TOOLS FOR THE FUTURE: RESEARCHING ART MARKET PRACTICES FROM PAST TO PRESENT
Workshop 2 – The Artist as an Entrepreneur & Career Paths
International workshop series
December 17-18, 2018
HKU University of the Arts Utrecht, The Netherlands
CALL FOR PAPERS
We are pleased to invite you to participate to the Second International Workshop The Artist as an Entrepreneur & Career Paths, organised by Creative Economy – HKU University of the Arts Utrecht on December 17-18 2018. This workshop is part of the International Workshops Series “Tools for the Future: Researching Art Market Practices from Past to Present”, jointly organised by ART-Dev University Paul Valéry Montpellier 3, Creative Economy-HKU University of the Arts Utrecht and IESA & Institute of Historical Research, London. Through individual presentations followed by group discussions, the series aims at bringing together scholars from different disciplines and areas of study of the art market to confront key issues and related methodologies that can add knowledge and evidence about the structures and principals of the art market. The first workshop was on art collectors and the third one will be on the emerging art market.
The market of the visual arts has been characterised by a traditionally short and apparently simple value chain, where between the supply (artists) and the demand (collectors, museums) there is a growing variety of intermediaries (art galleries, dealers, critics, auction houses and, more recently, fairs and online platforms). The artist’s labour market is highly selective and uncertain, where most successful artists at the top of professional careers correspond to global celebrity brands; more at the bottom, a multitude of emerging artists may require greater entrepreneurial skills, where risk-taking, networking and business and financial capacity crucially complement talent.
What are the implications of these issues for artists’ career building, artistic innovation and value creation, also from an historical perspective? What are the necessary skills for artists in order to emerge and consolidate their positions and compete on the labour market? What are the opportunities and challenges implied by the new technologies and, more in general, technological innovation? From a public policy perspective, what are favouring (or disfavouring) schemes being put in place in support of artists? And how can visual artists be a special case?
Entrepreneurialism is not new in the history of art and has affected the career paths and life cycles of a number of famous and less famous artists, besides influencing their art itself. Entrepreneurialism also contributes to blur the separation of roles between the artists and their intermediaries (besides collectors) in, among others, the concept, production, organisation, promotion, distribution and pricing of new art, opening to new business models. For instance, the creation of the artist’s identity through the management of studio production, as evidenced by Hirst or Muarakami is not new, as it was in the practices of artists such as Rubens or the Bruegel family. Finally, entrepreneurialism supports less successful artists to invent alternative successful careers with other roles on the art market, or in other sectors outside the art market (also through the internalisation of knowledge and network spillovers).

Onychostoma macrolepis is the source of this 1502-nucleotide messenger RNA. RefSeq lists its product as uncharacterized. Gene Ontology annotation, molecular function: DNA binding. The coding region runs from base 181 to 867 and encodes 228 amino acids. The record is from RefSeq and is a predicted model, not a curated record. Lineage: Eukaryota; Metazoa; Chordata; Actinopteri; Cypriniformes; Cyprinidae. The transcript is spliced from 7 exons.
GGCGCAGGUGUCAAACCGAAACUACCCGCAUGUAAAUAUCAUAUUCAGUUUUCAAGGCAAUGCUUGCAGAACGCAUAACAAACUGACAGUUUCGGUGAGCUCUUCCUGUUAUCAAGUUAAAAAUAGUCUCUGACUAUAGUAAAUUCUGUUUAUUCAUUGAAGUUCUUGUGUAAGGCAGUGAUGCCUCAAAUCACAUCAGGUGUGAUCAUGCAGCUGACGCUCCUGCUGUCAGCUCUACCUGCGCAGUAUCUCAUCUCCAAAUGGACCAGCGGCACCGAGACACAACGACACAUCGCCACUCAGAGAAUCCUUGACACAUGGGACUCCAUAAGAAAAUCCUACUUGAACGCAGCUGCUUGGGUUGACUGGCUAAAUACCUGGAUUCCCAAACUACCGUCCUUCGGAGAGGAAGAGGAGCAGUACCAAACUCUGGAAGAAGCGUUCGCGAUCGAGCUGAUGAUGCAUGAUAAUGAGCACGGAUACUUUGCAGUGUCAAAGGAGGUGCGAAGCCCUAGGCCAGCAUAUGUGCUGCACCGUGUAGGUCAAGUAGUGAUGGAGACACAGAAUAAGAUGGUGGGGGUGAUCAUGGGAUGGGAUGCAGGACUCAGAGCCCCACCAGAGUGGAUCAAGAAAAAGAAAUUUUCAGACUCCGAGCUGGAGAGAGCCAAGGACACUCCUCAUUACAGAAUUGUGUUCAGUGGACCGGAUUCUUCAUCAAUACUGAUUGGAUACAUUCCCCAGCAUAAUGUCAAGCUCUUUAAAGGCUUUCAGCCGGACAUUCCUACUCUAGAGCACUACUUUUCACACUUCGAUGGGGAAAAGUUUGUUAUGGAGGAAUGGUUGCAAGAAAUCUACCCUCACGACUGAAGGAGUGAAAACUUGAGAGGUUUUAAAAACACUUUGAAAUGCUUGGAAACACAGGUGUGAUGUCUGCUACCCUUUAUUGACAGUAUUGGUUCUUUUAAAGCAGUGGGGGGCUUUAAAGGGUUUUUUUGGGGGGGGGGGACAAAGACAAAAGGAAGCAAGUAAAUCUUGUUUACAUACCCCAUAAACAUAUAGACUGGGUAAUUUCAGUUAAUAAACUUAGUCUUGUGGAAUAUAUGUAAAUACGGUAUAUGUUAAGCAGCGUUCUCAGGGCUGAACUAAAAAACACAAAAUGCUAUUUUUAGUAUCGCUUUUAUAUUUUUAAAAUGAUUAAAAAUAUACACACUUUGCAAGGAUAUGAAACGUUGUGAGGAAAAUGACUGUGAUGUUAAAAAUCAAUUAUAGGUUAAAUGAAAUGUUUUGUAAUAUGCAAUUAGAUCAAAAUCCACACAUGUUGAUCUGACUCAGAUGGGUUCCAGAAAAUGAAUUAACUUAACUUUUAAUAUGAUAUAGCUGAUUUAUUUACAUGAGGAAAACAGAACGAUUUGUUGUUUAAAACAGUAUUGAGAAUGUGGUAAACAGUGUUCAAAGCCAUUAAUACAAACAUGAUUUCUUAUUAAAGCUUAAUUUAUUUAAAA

At the same time, we cannot face all these questions without considering the underlying aesthetic and ethic implications connected with the creation of the artistic value. For instance, this allows us to reflect on a certain artists’ conformism to market strategies aimed at diminishing the uncertainty of value creation in the market, favouring the star system and a homogeneity of taste, against the benefits of cultural diversity.
Historic cases, where business as such might not be seen in the same way, highlight how critics and collectors created star artists, Michelangelo and Guido Reni being just two examples of how far the artist consciously affirmed herself on the market.
Paper submission and deadlines
We welcome submissions of rigorous quantitative, theoretical, and/or qualitative studies contributing to the topic illustrated above. We particularly appreciate submissions from different disciplines of the social sciences and the humanities as well as interdisciplinary submissions.
Abstracts of papers of up to 300 words (in English) on the above mentioned topics should be sent to email@example.com before September 15, 2018. Notification of acceptance will be given by September 30, 2018. Full papers (about 10,000 words) need to be submitted prior to the workshop before November 30, 2018.
Submissions should ideally be structured as follows:
- Introduction (problem definition, research gap and objective)
- Theoretical foundation
- Methodology / empirical research context
- Implications for art market research and practice
Each paper accepted for presentation will be assigned a discussant who will provide in-depth feedback.
The registration to the workshop is free. It closes on December 7, 2018.
Prof. Elisabetta Lazzaro, Creative Economy-HKU University of the Arts Utrecht, The Netherlands
Prof. Nathalie Moureau, ART-Dev University Paul Valéry Montpellier 3, France
Adriana Turpin, IESA & Institute of Historical Research, London, United Kingdom
Download this CFP as pdf
Utrecht Artist Call